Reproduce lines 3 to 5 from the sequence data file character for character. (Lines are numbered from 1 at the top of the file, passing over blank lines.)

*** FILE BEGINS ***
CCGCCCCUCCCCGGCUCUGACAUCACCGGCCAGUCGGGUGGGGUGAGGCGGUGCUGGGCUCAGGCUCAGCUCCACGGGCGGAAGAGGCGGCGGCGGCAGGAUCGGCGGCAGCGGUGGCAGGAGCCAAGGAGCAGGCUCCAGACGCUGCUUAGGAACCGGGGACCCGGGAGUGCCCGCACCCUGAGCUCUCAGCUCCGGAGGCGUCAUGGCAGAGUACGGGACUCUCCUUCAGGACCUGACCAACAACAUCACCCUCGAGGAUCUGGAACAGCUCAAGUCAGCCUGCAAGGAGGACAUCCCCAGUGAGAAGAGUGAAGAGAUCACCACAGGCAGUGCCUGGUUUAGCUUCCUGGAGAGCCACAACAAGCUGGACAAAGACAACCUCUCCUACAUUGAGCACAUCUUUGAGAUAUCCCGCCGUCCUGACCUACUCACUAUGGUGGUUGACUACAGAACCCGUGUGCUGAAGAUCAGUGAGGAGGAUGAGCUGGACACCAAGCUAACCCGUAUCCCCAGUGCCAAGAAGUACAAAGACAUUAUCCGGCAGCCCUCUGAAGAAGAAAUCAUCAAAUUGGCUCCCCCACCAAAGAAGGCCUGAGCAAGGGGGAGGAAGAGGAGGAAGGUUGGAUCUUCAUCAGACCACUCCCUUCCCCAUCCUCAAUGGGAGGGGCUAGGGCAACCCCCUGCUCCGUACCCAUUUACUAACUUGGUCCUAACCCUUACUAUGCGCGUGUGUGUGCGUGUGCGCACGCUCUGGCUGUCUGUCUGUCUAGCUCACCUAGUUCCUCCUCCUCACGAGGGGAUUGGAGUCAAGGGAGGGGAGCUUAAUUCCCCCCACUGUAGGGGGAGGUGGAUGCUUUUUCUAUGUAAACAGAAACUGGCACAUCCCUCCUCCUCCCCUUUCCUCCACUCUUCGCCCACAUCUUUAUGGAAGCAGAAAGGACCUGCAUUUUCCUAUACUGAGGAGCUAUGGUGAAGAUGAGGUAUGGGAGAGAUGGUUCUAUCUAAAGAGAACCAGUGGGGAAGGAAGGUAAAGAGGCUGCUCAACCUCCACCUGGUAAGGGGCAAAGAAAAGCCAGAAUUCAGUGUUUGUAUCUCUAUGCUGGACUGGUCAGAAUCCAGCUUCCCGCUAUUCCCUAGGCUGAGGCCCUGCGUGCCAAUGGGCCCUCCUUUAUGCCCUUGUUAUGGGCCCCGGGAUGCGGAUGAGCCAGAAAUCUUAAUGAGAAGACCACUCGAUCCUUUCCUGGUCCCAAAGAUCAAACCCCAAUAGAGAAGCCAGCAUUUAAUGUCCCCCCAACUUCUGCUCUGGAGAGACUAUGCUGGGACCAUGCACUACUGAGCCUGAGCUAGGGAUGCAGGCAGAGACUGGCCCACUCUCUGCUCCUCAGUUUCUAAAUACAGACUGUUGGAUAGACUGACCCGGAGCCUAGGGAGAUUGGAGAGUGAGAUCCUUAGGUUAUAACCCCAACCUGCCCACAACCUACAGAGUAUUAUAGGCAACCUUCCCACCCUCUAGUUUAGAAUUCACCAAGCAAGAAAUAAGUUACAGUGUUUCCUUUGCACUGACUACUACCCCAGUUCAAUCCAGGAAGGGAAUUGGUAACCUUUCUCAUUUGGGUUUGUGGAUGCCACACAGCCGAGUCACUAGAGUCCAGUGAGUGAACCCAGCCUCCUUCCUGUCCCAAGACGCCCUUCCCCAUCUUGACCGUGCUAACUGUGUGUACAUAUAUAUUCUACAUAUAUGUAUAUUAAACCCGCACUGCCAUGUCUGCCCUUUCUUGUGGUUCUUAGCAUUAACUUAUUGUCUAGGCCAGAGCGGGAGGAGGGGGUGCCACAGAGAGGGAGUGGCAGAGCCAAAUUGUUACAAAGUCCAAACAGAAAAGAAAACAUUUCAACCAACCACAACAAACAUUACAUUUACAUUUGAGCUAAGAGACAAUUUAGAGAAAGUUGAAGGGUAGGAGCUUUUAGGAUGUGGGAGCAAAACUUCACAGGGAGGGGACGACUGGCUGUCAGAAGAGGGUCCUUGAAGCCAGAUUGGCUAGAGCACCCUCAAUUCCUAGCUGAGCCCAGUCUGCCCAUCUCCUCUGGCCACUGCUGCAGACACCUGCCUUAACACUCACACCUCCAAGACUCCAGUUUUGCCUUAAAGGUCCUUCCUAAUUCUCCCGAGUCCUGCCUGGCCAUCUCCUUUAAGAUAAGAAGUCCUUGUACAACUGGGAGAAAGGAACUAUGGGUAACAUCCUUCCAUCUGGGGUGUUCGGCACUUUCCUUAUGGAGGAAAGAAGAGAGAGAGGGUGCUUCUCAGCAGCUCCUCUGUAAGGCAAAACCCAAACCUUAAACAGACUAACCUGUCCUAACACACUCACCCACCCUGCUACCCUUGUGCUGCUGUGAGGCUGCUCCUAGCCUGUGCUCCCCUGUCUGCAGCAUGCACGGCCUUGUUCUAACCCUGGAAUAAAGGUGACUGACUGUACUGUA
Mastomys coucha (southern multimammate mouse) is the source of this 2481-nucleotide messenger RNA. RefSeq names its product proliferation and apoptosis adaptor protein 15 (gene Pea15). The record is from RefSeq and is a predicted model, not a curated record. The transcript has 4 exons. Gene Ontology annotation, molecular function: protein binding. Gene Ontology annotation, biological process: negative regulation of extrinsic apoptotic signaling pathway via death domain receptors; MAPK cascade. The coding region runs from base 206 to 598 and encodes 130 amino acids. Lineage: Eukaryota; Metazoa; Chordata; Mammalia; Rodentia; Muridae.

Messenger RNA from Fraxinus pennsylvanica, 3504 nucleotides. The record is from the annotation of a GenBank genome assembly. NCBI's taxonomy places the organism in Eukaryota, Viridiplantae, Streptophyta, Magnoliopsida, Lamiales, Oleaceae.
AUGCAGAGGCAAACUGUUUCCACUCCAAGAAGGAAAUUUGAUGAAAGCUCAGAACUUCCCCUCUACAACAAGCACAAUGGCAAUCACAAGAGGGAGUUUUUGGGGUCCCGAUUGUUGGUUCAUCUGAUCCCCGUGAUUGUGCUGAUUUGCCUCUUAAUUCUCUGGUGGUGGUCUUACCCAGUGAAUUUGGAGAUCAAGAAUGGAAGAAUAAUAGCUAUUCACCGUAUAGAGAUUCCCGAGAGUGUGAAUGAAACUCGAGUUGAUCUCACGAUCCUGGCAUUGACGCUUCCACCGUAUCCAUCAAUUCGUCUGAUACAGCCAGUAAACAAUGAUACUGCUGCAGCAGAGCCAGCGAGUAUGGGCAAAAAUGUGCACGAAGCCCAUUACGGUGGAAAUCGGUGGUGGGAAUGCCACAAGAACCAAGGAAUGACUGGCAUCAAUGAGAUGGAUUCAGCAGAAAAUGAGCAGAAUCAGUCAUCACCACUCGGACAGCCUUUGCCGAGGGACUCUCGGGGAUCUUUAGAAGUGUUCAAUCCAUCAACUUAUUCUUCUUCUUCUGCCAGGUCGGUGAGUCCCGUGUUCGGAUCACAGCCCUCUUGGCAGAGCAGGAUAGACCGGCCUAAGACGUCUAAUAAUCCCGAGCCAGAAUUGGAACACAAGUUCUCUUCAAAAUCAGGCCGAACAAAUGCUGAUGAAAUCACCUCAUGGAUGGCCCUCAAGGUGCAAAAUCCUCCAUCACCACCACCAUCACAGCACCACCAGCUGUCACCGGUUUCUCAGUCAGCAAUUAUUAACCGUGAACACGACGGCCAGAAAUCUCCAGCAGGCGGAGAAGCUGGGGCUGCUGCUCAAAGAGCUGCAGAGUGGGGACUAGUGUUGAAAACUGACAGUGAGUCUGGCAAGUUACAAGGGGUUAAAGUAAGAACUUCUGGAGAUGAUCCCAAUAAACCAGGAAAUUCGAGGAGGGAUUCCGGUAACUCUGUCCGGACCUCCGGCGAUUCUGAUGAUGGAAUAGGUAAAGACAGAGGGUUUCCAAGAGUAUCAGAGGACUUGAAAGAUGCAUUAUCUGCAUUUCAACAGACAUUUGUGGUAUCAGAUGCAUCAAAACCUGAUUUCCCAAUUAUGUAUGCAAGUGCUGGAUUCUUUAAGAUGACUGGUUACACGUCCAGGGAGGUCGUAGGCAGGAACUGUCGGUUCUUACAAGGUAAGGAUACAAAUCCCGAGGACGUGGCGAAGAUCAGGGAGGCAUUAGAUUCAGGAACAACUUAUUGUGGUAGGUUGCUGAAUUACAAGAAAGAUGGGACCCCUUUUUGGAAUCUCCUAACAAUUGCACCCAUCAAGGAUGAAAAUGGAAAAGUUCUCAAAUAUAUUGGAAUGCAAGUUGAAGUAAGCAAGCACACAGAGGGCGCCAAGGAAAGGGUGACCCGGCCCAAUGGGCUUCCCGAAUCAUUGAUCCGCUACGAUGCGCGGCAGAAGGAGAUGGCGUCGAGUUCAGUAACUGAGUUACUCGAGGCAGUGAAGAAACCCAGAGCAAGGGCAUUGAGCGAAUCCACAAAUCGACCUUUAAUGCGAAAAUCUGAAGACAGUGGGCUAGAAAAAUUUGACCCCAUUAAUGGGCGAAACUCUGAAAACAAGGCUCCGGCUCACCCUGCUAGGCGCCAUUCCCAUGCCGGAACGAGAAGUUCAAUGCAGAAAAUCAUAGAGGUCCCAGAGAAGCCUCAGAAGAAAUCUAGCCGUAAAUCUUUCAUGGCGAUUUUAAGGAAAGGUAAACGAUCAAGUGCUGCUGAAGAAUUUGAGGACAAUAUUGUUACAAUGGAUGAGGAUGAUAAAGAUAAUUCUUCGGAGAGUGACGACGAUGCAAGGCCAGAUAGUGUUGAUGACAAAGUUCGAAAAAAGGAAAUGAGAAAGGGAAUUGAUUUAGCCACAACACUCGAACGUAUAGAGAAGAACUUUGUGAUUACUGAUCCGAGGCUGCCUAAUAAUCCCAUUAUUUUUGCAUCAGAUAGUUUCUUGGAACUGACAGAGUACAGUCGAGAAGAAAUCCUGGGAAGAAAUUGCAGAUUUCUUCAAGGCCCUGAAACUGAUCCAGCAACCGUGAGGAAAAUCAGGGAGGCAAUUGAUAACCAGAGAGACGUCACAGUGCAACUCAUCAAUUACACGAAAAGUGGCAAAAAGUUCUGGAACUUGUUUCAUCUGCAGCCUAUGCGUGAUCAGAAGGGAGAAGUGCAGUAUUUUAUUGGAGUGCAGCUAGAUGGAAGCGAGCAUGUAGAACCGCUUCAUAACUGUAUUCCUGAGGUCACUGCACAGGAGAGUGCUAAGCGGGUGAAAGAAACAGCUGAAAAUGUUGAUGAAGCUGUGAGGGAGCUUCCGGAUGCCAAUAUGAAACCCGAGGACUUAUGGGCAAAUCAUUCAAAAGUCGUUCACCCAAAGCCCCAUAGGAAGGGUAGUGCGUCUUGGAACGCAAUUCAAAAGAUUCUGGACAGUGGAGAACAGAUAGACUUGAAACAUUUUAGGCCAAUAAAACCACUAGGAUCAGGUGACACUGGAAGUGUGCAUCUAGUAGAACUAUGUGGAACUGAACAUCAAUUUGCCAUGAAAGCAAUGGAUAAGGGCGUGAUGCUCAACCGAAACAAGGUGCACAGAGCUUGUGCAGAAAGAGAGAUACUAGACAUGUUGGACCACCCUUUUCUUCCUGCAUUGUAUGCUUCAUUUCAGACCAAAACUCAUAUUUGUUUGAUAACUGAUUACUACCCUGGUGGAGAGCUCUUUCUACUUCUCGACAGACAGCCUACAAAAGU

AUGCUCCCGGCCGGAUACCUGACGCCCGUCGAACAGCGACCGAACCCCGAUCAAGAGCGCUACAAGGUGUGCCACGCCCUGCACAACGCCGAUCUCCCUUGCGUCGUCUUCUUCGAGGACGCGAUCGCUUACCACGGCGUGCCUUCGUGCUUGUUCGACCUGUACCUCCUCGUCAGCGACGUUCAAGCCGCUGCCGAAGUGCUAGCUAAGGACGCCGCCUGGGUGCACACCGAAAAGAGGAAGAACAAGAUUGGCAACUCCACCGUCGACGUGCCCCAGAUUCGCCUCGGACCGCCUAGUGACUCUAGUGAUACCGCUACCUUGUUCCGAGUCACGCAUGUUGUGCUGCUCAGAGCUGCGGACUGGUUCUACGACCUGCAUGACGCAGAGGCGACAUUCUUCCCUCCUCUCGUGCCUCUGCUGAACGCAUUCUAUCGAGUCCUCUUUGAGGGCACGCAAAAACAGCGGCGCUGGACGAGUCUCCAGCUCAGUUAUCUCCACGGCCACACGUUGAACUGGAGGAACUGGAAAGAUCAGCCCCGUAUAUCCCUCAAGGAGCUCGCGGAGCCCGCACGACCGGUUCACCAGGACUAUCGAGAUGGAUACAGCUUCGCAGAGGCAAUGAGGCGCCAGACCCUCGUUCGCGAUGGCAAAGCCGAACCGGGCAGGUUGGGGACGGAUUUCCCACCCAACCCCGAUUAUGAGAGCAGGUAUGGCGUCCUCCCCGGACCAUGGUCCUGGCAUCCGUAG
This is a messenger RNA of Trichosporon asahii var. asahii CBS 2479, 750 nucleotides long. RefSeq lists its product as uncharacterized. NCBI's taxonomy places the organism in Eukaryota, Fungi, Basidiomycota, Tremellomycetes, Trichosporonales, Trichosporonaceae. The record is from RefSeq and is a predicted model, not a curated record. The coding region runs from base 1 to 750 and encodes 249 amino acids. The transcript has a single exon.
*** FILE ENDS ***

Messenger RNA from Fraxinus pennsylvanica, 3504 nucleotides. The record is from the annotation of a GenBank genome assembly. NCBI's taxonomy places the organism in Eukaryota, Viridiplantae, Streptophyta, Magnoliopsida, Lamiales, Oleaceae.
AUGCAGAGGCAAACUGUUUCCACUCCAAGAAGGAAAUUUGAUGAAAGCUCAGAACUUCCCCUCUACAACAAGCACAAUGGCAAUCACAAGAGGGAGUUUUUGGGGUCCCGAUUGUUGGUUCAUCUGAUCCCCGUGAUUGUGCUGAUUUGCCUCUUAAUUCUCUGGUGGUGGUCUUACCCAGUGAAUUUGGAGAUCAAGAAUGGAAGAAUAAUAGCUAUUCACCGUAUAGAGAUUCCCGAGAGUGUGAAUGAAACUCGAGUUGAUCUCACGAUCCUGGCAUUGACGCUUCCACCGUAUCCAUCAAUUCGUCUGAUACAGCCAGUAAACAAUGAUACUGCUGCAGCAGAGCCAGCGAGUAUGGGCAAAAAUGUGCACGAAGCCCAUUACGGUGGAAAUCGGUGGUGGGAAUGCCACAAGAACCAAGGAAUGACUGGCAUCAAUGAGAUGGAUUCAGCAGAAAAUGAGCAGAAUCAGUCAUCACCACUCGGACAGCCUUUGCCGAGGGACUCUCGGGGAUCUUUAGAAGUGUUCAAUCCAUCAACUUAUUCUUCUUCUUCUGCCAGGUCGGUGAGUCCCGUGUUCGGAUCACAGCCCUCUUGGCAGAGCAGGAUAGACCGGCCUAAGACGUCUAAUAAUCCCGAGCCAGAAUUGGAACACAAGUUCUCUUCAAAAUCAGGCCGAACAAAUGCUGAUGAAAUCACCUCAUGGAUGGCCCUCAAGGUGCAAAAUCCUCCAUCACCACCACCAUCACAGCACCACCAGCUGUCACCGGUUUCUCAGUCAGCAAUUAUUAACCGUGAACACGACGGCCAGAAAUCUCCAGCAGGCGGAGAAGCUGGGGCUGCUGCUCAAAGAGCUGCAGAGUGGGGACUAGUGUUGAAAACUGACAGUGAGUCUGGCAAGUUACAAGGGGUUAAAGUAAGAACUUCUGGAGAUGAUCCCAAUAAACCAGGAAAUUCGAGGAGGGAUUCCGGUAACUCUGUCCGGACCUCCGGCGAUUCUGAUGAUGGAAUAGGUAAAGACAGAGGGUUUCCAAGAGUAUCAGAGGACUUGAAAGAUGCAUUAUCUGCAUUUCAACAGACAUUUGUGGUAUCAGAUGCAUCAAAACCUGAUUUCCCAAUUAUGUAUGCAAGUGCUGGAUUCUUUAAGAUGACUGGUUACACGUCCAGGGAGGUCGUAGGCAGGAACUGUCGGUUCUUACAAGGUAAGGAUACAAAUCCCGAGGACGUGGCGAAGAUCAGGGAGGCAUUAGAUUCAGGAACAACUUAUUGUGGUAGGUUGCUGAAUUACAAGAAAGAUGGGACCCCUUUUUGGAAUCUCCUAACAAUUGCACCCAUCAAGGAUGAAAAUGGAAAAGUUCUCAAAUAUAUUGGAAUGCAAGUUGAAGUAAGCAAGCACACAGAGGGCGCCAAGGAAAGGGUGACCCGGCCCAAUGGGCUUCCCGAAUCAUUGAUCCGCUACGAUGCGCGGCAGAAGGAGAUGGCGUCGAGUUCAGUAACUGAGUUACUCGAGGCAGUGAAGAAACCCAGAGCAAGGGCAUUGAGCGAAUCCACAAAUCGACCUUUAAUGCGAAAAUCUGAAGACAGUGGGCUAGAAAAAUUUGACCCCAUUAAUGGGCGAAACUCUGAAAACAAGGCUCCGGCUCACCCUGCUAGGCGCCAUUCCCAUGCCGGAACGAGAAGUUCAAUGCAGAAAAUCAUAGAGGUCCCAGAGAAGCCUCAGAAGAAAUCUAGCCGUAAAUCUUUCAUGGCGAUUUUAAGGAAAGGUAAACGAUCAAGUGCUGCUGAAGAAUUUGAGGACAAUAUUGUUACAAUGGAUGAGGAUGAUAAAGAUAAUUCUUCGGAGAGUGACGACGAUGCAAGGCCAGAUAGUGUUGAUGACAAAGUUCGAAAAAAGGAAAUGAGAAAGGGAAUUGAUUUAGCCACAACACUCGAACGUAUAGAGAAGAACUUUGUGAUUACUGAUCCGAGGCUGCCUAAUAAUCCCAUUAUUUUUGCAUCAGAUAGUUUCUUGGAACUGACAGAGUACAGUCGAGAAGAAAUCCUGGGAAGAAAUUGCAGAUUUCUUCAAGGCCCUGAAACUGAUCCAGCAACCGUGAGGAAAAUCAGGGAGGCAAUUGAUAACCAGAGAGACGUCACAGUGCAACUCAUCAAUUACACGAAAAGUGGCAAAAAGUUCUGGAACUUGUUUCAUCUGCAGCCUAUGCGUGAUCAGAAGGGAGAAGUGCAGUAUUUUAUUGGAGUGCAGCUAGAUGGAAGCGAGCAUGUAGAACCGCUUCAUAACUGUAUUCCUGAGGUCACUGCACAGGAGAGUGCUAAGCGGGUGAAAGAAACAGCUGAAAAUGUUGAUGAAGCUGUGAGGGAGCUUCCGGAUGCCAAUAUGAAACCCGAGGACUUAUGGGCAAAUCAUUCAAAAGUCGUUCACCCAAAGCCCCAUAGGAAGGGUAGUGCGUCUUGGAACGCAAUUCAAAAGAUUCUGGACAGUGGAGAACAGAUAGACUUGAAACAUUUUAGGCCAAUAAAACCACUAGGAUCAGGUGACACUGGAAGUGUGCAUCUAGUAGAACUAUGUGGAACUGAACAUCAAUUUGCCAUGAAAGCAAUGGAUAAGGGCGUGAUGCUCAACCGAAACAAGGUGCACAGAGCUUGUGCAGAAAGAGAGAUACUAGACAUGUUGGACCACCCUUUUCUUCCUGCAUUGUAUGCUUCAUUUCAGACCAAAACUCAUAUUUGUUUGAUAACUGAUUACUACCCUGGUGGAGAGCUCUUUCUACUUCUCGACAGACAGCCUACAAAAGU

AUGCUCCCGGCCGGAUACCUGACGCCCGUCGAACAGCGACCGAACCCCGAUCAAGAGCGCUACAAGGUGUGCCACGCCCUGCACAACGCCGAUCUCCCUUGCGUCGUCUUCUUCGAGGACGCGAUCGCUUACCACGGCGUGCCUUCGUGCUUGUUCGACCUGUACCUCCUCGUCAGCGACGUUCAAGCCGCUGCCGAAGUGCUAGCUAAGGACGCCGCCUGGGUGCACACCGAAAAGAGGAAGAACAAGAUUGGCAACUCCACCGUCGACGUGCCCCAGAUUCGCCUCGGACCGCCUAGUGACUCUAGUGAUACCGCUACCUUGUUCCGAGUCACGCAUGUUGUGCUGCUCAGAGCUGCGGACUGGUUCUACGACCUGCAUGACGCAGAGGCGACAUUCUUCCCUCCUCUCGUGCCUCUGCUGAACGCAUUCUAUCGAGUCCUCUUUGAGGGCACGCAAAAACAGCGGCGCUGGACGAGUCUCCAGCUCAGUUAUCUCCACGGCCACACGUUGAACUGGAGGAACUGGAAAGAUCAGCCCCGUAUAUCCCUCAAGGAGCUCGCGGAGCCCGCACGACCGGUUCACCAGGACUAUCGAGAUGGAUACAGCUUCGCAGAGGCAAUGAGGCGCCAGACCCUCGUUCGCGAUGGCAAAGCCGAACCGGGCAGGUUGGGGACGGAUUUCCCACCCAACCCCGAUUAUGAGAGCAGGUAUGGCGUCCUCCCCGGACCAUGGUCCUGGCAUCCGUAG